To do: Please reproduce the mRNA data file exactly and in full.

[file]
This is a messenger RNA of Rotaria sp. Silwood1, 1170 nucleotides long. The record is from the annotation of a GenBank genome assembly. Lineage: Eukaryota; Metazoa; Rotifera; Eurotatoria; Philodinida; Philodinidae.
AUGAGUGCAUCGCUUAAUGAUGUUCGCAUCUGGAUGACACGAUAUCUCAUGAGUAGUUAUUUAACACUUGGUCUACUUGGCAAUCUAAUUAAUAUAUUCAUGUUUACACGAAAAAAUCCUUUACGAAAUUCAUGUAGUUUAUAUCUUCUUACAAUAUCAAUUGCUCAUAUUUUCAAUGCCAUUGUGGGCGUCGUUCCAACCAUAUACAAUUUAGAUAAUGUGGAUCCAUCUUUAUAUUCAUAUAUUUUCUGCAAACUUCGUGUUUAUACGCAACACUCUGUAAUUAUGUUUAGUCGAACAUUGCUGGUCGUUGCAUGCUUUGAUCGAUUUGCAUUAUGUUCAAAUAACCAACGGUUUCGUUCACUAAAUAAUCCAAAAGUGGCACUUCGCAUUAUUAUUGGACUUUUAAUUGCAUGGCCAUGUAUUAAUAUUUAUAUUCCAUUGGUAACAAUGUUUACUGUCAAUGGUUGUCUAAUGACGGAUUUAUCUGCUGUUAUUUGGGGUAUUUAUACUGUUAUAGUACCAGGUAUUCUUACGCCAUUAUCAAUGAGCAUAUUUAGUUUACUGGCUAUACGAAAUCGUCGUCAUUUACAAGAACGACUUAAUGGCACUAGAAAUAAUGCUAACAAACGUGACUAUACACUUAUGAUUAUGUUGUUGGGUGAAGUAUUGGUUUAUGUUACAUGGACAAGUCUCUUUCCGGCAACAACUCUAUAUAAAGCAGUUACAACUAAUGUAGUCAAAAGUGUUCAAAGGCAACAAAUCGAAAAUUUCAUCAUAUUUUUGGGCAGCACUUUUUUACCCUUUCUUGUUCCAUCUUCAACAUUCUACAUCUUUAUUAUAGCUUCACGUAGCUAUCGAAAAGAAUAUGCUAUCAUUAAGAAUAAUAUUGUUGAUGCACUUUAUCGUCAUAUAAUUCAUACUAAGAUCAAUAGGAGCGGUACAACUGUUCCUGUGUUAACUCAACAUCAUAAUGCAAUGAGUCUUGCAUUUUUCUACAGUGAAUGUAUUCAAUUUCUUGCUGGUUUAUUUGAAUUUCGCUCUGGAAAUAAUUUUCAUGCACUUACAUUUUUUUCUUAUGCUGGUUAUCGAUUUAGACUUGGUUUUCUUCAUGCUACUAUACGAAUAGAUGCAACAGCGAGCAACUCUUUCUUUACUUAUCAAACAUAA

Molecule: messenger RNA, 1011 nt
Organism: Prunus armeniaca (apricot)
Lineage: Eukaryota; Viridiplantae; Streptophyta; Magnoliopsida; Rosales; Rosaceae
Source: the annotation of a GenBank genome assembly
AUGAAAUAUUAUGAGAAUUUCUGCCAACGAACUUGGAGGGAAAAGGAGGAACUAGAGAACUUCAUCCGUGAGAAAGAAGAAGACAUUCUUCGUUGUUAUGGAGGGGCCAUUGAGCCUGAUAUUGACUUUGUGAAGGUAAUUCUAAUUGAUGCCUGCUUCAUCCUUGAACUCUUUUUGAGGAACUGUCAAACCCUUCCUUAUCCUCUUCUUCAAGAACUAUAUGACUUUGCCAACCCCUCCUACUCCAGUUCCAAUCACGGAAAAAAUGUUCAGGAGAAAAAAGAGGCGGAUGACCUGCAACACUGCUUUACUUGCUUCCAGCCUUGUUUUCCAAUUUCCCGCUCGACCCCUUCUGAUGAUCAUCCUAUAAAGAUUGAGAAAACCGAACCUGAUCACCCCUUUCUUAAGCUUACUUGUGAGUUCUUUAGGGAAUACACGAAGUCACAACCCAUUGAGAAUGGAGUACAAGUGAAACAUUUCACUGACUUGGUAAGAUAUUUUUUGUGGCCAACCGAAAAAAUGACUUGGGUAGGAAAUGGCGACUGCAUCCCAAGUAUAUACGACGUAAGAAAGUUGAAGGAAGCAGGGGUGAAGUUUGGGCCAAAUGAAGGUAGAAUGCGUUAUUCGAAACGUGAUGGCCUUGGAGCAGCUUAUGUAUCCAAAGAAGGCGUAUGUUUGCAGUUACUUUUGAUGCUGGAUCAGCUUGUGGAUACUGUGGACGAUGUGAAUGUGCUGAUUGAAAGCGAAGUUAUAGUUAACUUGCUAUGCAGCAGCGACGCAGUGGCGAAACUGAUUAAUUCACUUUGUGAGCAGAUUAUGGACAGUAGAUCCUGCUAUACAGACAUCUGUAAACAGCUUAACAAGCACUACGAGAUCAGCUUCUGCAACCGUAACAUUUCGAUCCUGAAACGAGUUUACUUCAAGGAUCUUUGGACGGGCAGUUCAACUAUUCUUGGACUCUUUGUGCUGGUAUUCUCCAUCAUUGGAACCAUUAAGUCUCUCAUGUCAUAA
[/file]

This is a messenger RNA of Rotaria sp. Silwood1, 1170 nucleotides long. The record is from the annotation of a GenBank genome assembly. Lineage: Eukaryota; Metazoa; Rotifera; Eurotatoria; Philodinida; Philodinidae.
AUGAGUGCAUCGCUUAAUGAUGUUCGCAUCUGGAUGACACGAUAUCUCAUGAGUAGUUAUUUAACACUUGGUCUACUUGGCAAUCUAAUUAAUAUAUUCAUGUUUACACGAAAAAAUCCUUUACGAAAUUCAUGUAGUUUAUAUCUUCUUACAAUAUCAAUUGCUCAUAUUUUCAAUGCCAUUGUGGGCGUCGUUCCAACCAUAUACAAUUUAGAUAAUGUGGAUCCAUCUUUAUAUUCAUAUAUUUUCUGCAAACUUCGUGUUUAUACGCAACACUCUGUAAUUAUGUUUAGUCGAACAUUGCUGGUCGUUGCAUGCUUUGAUCGAUUUGCAUUAUGUUCAAAUAACCAACGGUUUCGUUCACUAAAUAAUCCAAAAGUGGCACUUCGCAUUAUUAUUGGACUUUUAAUUGCAUGGCCAUGUAUUAAUAUUUAUAUUCCAUUGGUAACAAUGUUUACUGUCAAUGGUUGUCUAAUGACGGAUUUAUCUGCUGUUAUUUGGGGUAUUUAUACUGUUAUAGUACCAGGUAUUCUUACGCCAUUAUCAAUGAGCAUAUUUAGUUUACUGGCUAUACGAAAUCGUCGUCAUUUACAAGAACGACUUAAUGGCACUAGAAAUAAUGCUAACAAACGUGACUAUACACUUAUGAUUAUGUUGUUGGGUGAAGUAUUGGUUUAUGUUACAUGGACAAGUCUCUUUCCGGCAACAACUCUAUAUAAAGCAGUUACAACUAAUGUAGUCAAAAGUGUUCAAAGGCAACAAAUCGAAAAUUUCAUCAUAUUUUUGGGCAGCACUUUUUUACCCUUUCUUGUUCCAUCUUCAACAUUCUACAUCUUUAUUAUAGCUUCACGUAGCUAUCGAAAAGAAUAUGCUAUCAUUAAGAAUAAUAUUGUUGAUGCACUUUAUCGUCAUAUAAUUCAUACUAAGAUCAAUAGGAGCGGUACAACUGUUCCUGUGUUAACUCAACAUCAUAAUGCAAUGAGUCUUGCAUUUUUCUACAGUGAAUGUAUUCAAUUUCUUGCUGGUUUAUUUGAAUUUCGCUCUGGAAAUAAUUUUCAUGCACUUACAUUUUUUUCUUAUGCUGGUUAUCGAUUUAGACUUGGUUUUCUUCAUGCUACUAUACGAAUAGAUGCAACAGCGAGCAACUCUUUCUUUACUUAUCAAACAUAA

Molecule: messenger RNA, 1011 nt
Organism: Prunus armeniaca (apricot)
Lineage: Eukaryota; Viridiplantae; Streptophyta; Magnoliopsida; Rosales; Rosaceae
Source: the annotation of a GenBank genome assembly
AUGAAAUAUUAUGAGAAUUUCUGCCAACGAACUUGGAGGGAAAAGGAGGAACUAGAGAACUUCAUCCGUGAGAAAGAAGAAGACAUUCUUCGUUGUUAUGGAGGGGCCAUUGAGCCUGAUAUUGACUUUGUGAAGGUAAUUCUAAUUGAUGCCUGCUUCAUCCUUGAACUCUUUUUGAGGAACUGUCAAACCCUUCCUUAUCCUCUUCUUCAAGAACUAUAUGACUUUGCCAACCCCUCCUACUCCAGUUCCAAUCACGGAAAAAAUGUUCAGGAGAAAAAAGAGGCGGAUGACCUGCAACACUGCUUUACUUGCUUCCAGCCUUGUUUUCCAAUUUCCCGCUCGACCCCUUCUGAUGAUCAUCCUAUAAAGAUUGAGAAAACCGAACCUGAUCACCCCUUUCUUAAGCUUACUUGUGAGUUCUUUAGGGAAUACACGAAGUCACAACCCAUUGAGAAUGGAGUACAAGUGAAACAUUUCACUGACUUGGUAAGAUAUUUUUUGUGGCCAACCGAAAAAAUGACUUGGGUAGGAAAUGGCGACUGCAUCCCAAGUAUAUACGACGUAAGAAAGUUGAAGGAAGCAGGGGUGAAGUUUGGGCCAAAUGAAGGUAGAAUGCGUUAUUCGAAACGUGAUGGCCUUGGAGCAGCUUAUGUAUCCAAAGAAGGCGUAUGUUUGCAGUUACUUUUGAUGCUGGAUCAGCUUGUGGAUACUGUGGACGAUGUGAAUGUGCUGAUUGAAAGCGAAGUUAUAGUUAACUUGCUAUGCAGCAGCGACGCAGUGGCGAAACUGAUUAAUUCACUUUGUGAGCAGAUUAUGGACAGUAGAUCCUGCUAUACAGACAUCUGUAAACAGCUUAACAAGCACUACGAGAUCAGCUUCUGCAACCGUAACAUUUCGAUCCUGAAACGAGUUUACUUCAAGGAUCUUUGGACGGGCAGUUCAACUAUUCUUGGACUCUUUGUGCUGGUAUUCUCCAUCAUUGGAACCAUUAAGUCUCUCAUGUCAUAA